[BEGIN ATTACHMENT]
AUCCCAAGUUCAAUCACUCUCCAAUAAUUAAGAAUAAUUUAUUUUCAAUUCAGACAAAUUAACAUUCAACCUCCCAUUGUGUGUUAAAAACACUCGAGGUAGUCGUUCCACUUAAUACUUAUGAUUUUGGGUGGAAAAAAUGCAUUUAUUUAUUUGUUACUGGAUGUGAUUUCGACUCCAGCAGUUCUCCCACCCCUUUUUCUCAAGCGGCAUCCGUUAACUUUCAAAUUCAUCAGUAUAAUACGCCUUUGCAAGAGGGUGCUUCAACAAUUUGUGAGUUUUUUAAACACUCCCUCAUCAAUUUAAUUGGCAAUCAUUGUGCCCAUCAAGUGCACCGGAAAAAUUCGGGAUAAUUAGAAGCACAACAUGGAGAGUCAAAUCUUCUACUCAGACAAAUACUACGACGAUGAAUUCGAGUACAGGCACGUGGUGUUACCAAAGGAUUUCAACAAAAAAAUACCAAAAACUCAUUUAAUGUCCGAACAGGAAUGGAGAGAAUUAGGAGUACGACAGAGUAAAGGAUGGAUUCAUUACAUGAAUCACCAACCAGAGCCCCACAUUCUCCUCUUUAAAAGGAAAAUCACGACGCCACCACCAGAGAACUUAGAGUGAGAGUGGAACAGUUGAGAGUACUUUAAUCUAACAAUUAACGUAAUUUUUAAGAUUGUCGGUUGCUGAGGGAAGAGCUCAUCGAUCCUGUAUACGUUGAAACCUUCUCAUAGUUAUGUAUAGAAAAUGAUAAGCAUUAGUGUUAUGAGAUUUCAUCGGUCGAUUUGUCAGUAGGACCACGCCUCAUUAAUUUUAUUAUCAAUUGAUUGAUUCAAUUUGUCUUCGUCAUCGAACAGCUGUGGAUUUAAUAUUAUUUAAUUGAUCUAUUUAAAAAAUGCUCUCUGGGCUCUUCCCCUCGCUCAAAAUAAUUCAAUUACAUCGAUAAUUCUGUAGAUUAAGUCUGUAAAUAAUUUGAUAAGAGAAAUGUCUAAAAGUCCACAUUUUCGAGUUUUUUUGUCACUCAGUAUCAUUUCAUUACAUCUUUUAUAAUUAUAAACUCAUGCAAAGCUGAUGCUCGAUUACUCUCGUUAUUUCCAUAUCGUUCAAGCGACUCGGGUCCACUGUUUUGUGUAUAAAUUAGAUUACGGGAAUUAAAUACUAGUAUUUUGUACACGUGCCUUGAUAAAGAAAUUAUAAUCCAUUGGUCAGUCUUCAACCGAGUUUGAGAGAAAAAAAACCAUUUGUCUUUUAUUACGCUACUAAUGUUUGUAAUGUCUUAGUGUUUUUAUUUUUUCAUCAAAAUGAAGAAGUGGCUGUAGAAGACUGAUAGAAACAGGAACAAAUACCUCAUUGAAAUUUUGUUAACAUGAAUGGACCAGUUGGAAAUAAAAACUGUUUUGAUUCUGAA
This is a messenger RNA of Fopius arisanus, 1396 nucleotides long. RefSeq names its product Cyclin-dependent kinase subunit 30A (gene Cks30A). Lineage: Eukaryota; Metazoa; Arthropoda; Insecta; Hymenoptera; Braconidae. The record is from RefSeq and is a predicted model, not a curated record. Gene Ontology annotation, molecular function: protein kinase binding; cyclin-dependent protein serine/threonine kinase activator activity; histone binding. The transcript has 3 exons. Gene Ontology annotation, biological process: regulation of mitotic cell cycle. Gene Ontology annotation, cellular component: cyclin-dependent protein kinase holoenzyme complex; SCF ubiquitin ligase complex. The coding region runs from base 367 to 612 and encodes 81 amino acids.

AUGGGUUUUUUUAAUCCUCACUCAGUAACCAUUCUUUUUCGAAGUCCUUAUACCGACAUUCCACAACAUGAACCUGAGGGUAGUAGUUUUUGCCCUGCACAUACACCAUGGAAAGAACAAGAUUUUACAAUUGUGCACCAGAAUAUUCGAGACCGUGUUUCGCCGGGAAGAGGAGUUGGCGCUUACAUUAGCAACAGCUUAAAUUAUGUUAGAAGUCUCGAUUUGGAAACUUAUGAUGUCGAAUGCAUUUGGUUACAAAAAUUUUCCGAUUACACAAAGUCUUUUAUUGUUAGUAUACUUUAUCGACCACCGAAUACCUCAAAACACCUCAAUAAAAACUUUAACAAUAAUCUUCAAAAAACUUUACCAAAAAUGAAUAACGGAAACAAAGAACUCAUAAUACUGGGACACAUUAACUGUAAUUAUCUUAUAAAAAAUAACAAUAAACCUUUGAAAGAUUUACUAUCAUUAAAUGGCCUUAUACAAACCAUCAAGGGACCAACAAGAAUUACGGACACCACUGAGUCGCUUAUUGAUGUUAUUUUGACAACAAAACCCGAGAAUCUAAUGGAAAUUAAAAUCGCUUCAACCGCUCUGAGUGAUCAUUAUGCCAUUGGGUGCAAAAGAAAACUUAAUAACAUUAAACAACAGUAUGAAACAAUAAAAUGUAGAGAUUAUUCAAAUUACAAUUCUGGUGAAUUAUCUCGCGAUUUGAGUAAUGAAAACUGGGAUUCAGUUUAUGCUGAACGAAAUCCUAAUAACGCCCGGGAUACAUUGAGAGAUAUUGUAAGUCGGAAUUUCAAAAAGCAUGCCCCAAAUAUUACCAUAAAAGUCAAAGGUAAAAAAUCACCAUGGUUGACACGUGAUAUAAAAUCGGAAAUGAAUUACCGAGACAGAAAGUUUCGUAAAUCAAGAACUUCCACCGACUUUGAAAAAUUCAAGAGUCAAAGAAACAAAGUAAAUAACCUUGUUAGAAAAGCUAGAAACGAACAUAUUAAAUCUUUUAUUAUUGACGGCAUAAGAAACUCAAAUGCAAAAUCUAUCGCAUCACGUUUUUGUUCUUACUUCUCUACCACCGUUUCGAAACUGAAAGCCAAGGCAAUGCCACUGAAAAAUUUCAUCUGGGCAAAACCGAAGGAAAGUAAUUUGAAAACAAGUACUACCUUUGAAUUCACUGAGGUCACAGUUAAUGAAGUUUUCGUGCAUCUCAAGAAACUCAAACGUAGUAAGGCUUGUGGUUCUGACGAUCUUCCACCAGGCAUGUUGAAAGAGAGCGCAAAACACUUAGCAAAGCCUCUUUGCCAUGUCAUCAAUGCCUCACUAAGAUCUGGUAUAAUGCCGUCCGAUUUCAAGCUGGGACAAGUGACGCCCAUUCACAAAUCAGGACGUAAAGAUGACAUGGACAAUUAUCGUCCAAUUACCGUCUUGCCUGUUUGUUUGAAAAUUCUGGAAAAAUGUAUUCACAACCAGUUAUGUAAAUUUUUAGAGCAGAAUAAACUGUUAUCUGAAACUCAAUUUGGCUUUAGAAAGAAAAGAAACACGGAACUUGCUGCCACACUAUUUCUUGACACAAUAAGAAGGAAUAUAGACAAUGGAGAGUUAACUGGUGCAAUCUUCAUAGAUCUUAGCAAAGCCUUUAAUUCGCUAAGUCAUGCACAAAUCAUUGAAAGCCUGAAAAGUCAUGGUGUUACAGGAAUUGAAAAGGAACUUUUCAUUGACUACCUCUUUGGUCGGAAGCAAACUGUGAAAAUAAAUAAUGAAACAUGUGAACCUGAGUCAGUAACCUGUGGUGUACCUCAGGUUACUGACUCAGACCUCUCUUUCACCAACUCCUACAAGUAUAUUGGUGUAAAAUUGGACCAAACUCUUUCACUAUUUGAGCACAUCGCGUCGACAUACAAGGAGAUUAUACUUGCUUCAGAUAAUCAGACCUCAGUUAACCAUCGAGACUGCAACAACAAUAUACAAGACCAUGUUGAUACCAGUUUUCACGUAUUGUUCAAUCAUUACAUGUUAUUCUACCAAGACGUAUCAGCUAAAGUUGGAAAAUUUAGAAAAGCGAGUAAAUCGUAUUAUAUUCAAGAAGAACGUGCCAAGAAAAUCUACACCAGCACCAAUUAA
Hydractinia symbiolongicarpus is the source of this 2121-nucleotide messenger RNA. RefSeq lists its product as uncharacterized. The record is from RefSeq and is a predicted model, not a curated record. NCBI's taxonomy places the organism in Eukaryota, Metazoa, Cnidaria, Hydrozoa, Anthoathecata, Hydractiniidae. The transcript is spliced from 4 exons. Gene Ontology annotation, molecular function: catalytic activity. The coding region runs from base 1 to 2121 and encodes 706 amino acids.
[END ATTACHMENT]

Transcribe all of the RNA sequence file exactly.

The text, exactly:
AUCCCAAGUUCAAUCACUCUCCAAUAAUUAAGAAUAAUUUAUUUUCAAUUCAGACAAAUUAACAUUCAACCUCCCAUUGUGUGUUAAAAACACUCGAGGUAGUCGUUCCACUUAAUACUUAUGAUUUUGGGUGGAAAAAAUGCAUUUAUUUAUUUGUUACUGGAUGUGAUUUCGACUCCAGCAGUUCUCCCACCCCUUUUUCUCAAGCGGCAUCCGUUAACUUUCAAAUUCAUCAGUAUAAUACGCCUUUGCAAGAGGGUGCUUCAACAAUUUGUGAGUUUUUUAAACACUCCCUCAUCAAUUUAAUUGGCAAUCAUUGUGCCCAUCAAGUGCACCGGAAAAAUUCGGGAUAAUUAGAAGCACAACAUGGAGAGUCAAAUCUUCUACUCAGACAAAUACUACGACGAUGAAUUCGAGUACAGGCACGUGGUGUUACCAAAGGAUUUCAACAAAAAAAUACCAAAAACUCAUUUAAUGUCCGAACAGGAAUGGAGAGAAUUAGGAGUACGACAGAGUAAAGGAUGGAUUCAUUACAUGAAUCACCAACCAGAGCCCCACAUUCUCCUCUUUAAAAGGAAAAUCACGACGCCACCACCAGAGAACUUAGAGUGAGAGUGGAACAGUUGAGAGUACUUUAAUCUAACAAUUAACGUAAUUUUUAAGAUUGUCGGUUGCUGAGGGAAGAGCUCAUCGAUCCUGUAUACGUUGAAACCUUCUCAUAGUUAUGUAUAGAAAAUGAUAAGCAUUAGUGUUAUGAGAUUUCAUCGGUCGAUUUGUCAGUAGGACCACGCCUCAUUAAUUUUAUUAUCAAUUGAUUGAUUCAAUUUGUCUUCGUCAUCGAACAGCUGUGGAUUUAAUAUUAUUUAAUUGAUCUAUUUAAAAAAUGCUCUCUGGGCUCUUCCCCUCGCUCAAAAUAAUUCAAUUACAUCGAUAAUUCUGUAGAUUAAGUCUGUAAAUAAUUUGAUAAGAGAAAUGUCUAAAAGUCCACAUUUUCGAGUUUUUUUGUCACUCAGUAUCAUUUCAUUACAUCUUUUAUAAUUAUAAACUCAUGCAAAGCUGAUGCUCGAUUACUCUCGUUAUUUCCAUAUCGUUCAAGCGACUCGGGUCCACUGUUUUGUGUAUAAAUUAGAUUACGGGAAUUAAAUACUAGUAUUUUGUACACGUGCCUUGAUAAAGAAAUUAUAAUCCAUUGGUCAGUCUUCAACCGAGUUUGAGAGAAAAAAAACCAUUUGUCUUUUAUUACGCUACUAAUGUUUGUAAUGUCUUAGUGUUUUUAUUUUUUCAUCAAAAUGAAGAAGUGGCUGUAGAAGACUGAUAGAAACAGGAACAAAUACCUCAUUGAAAUUUUGUUAACAUGAAUGGACCAGUUGGAAAUAAAAACUGUUUUGAUUCUGAA
This is a messenger RNA of Fopius arisanus, 1396 nucleotides long. RefSeq names its product Cyclin-dependent kinase subunit 30A (gene Cks30A). Lineage: Eukaryota; Metazoa; Arthropoda; Insecta; Hymenoptera; Braconidae. The record is from RefSeq and is a predicted model, not a curated record. Gene Ontology annotation, molecular function: protein kinase binding; cyclin-dependent protein serine/threonine kinase activator activity; histone binding. The transcript has 3 exons. Gene Ontology annotation, biological process: regulation of mitotic cell cycle. Gene Ontology annotation, cellular component: cyclin-dependent protein kinase holoenzyme complex; SCF ubiquitin ligase complex. The coding region runs from base 367 to 612 and encodes 81 amino acids.

AUGGGUUUUUUUAAUCCUCACUCAGUAACCAUUCUUUUUCGAAGUCCUUAUACCGACAUUCCACAACAUGAACCUGAGGGUAGUAGUUUUUGCCCUGCACAUACACCAUGGAAAGAACAAGAUUUUACAAUUGUGCACCAGAAUAUUCGAGACCGUGUUUCGCCGGGAAGAGGAGUUGGCGCUUACAUUAGCAACAGCUUAAAUUAUGUUAGAAGUCUCGAUUUGGAAACUUAUGAUGUCGAAUGCAUUUGGUUACAAAAAUUUUCCGAUUACACAAAGUCUUUUAUUGUUAGUAUACUUUAUCGACCACCGAAUACCUCAAAACACCUCAAUAAAAACUUUAACAAUAAUCUUCAAAAAACUUUACCAAAAAUGAAUAACGGAAACAAAGAACUCAUAAUACUGGGACACAUUAACUGUAAUUAUCUUAUAAAAAAUAACAAUAAACCUUUGAAAGAUUUACUAUCAUUAAAUGGCCUUAUACAAACCAUCAAGGGACCAACAAGAAUUACGGACACCACUGAGUCGCUUAUUGAUGUUAUUUUGACAACAAAACCCGAGAAUCUAAUGGAAAUUAAAAUCGCUUCAACCGCUCUGAGUGAUCAUUAUGCCAUUGGGUGCAAAAGAAAACUUAAUAACAUUAAACAACAGUAUGAAACAAUAAAAUGUAGAGAUUAUUCAAAUUACAAUUCUGGUGAAUUAUCUCGCGAUUUGAGUAAUGAAAACUGGGAUUCAGUUUAUGCUGAACGAAAUCCUAAUAACGCCCGGGAUACAUUGAGAGAUAUUGUAAGUCGGAAUUUCAAAAAGCAUGCCCCAAAUAUUACCAUAAAAGUCAAAGGUAAAAAAUCACCAUGGUUGACACGUGAUAUAAAAUCGGAAAUGAAUUACCGAGACAGAAAGUUUCGUAAAUCAAGAACUUCCACCGACUUUGAAAAAUUCAAGAGUCAAAGAAACAAAGUAAAUAACCUUGUUAGAAAAGCUAGAAACGAACAUAUUAAAUCUUUUAUUAUUGACGGCAUAAGAAACUCAAAUGCAAAAUCUAUCGCAUCACGUUUUUGUUCUUACUUCUCUACCACCGUUUCGAAACUGAAAGCCAAGGCAAUGCCACUGAAAAAUUUCAUCUGGGCAAAACCGAAGGAAAGUAAUUUGAAAACAAGUACUACCUUUGAAUUCACUGAGGUCACAGUUAAUGAAGUUUUCGUGCAUCUCAAGAAACUCAAACGUAGUAAGGCUUGUGGUUCUGACGAUCUUCCACCAGGCAUGUUGAAAGAGAGCGCAAAACACUUAGCAAAGCCUCUUUGCCAUGUCAUCAAUGCCUCACUAAGAUCUGGUAUAAUGCCGUCCGAUUUCAAGCUGGGACAAGUGACGCCCAUUCACAAAUCAGGACGUAAAGAUGACAUGGACAAUUAUCGUCCAAUUACCGUCUUGCCUGUUUGUUUGAAAAUUCUGGAAAAAUGUAUUCACAACCAGUUAUGUAAAUUUUUAGAGCAGAAUAAACUGUUAUCUGAAACUCAAUUUGGCUUUAGAAAGAAAAGAAACACGGAACUUGCUGCCACACUAUUUCUUGACACAAUAAGAAGGAAUAUAGACAAUGGAGAGUUAACUGGUGCAAUCUUCAUAGAUCUUAGCAAAGCCUUUAAUUCGCUAAGUCAUGCACAAAUCAUUGAAAGCCUGAAAAGUCAUGGUGUUACAGGAAUUGAAAAGGAACUUUUCAUUGACUACCUCUUUGGUCGGAAGCAAACUGUGAAAAUAAAUAAUGAAACAUGUGAACCUGAGUCAGUAACCUGUGGUGUACCUCAGGUUACUGACUCAGACCUCUCUUUCACCAACUCCUACAAGUAUAUUGGUGUAAAAUUGGACCAAACUCUUUCACUAUUUGAGCACAUCGCGUCGACAUACAAGGAGAUUAUACUUGCUUCAGAUAAUCAGACCUCAGUUAACCAUCGAGACUGCAACAACAAUAUACAAGACCAUGUUGAUACCAGUUUUCACGUAUUGUUCAAUCAUUACAUGUUAUUCUACCAAGACGUAUCAGCUAAAGUUGGAAAAUUUAGAAAAGCGAGUAAAUCGUAUUAUAUUCAAGAAGAACGUGCCAAGAAAAUCUACACCAGCACCAAUUAA
Hydractinia symbiolongicarpus is the source of this 2121-nucleotide messenger RNA. RefSeq lists its product as uncharacterized. The record is from RefSeq and is a predicted model, not a curated record. NCBI's taxonomy places the organism in Eukaryota, Metazoa, Cnidaria, Hydrozoa, Anthoathecata, Hydractiniidae. The transcript is spliced from 4 exons. Gene Ontology annotation, molecular function: catalytic activity. The coding region runs from base 1 to 2121 and encodes 706 amino acids.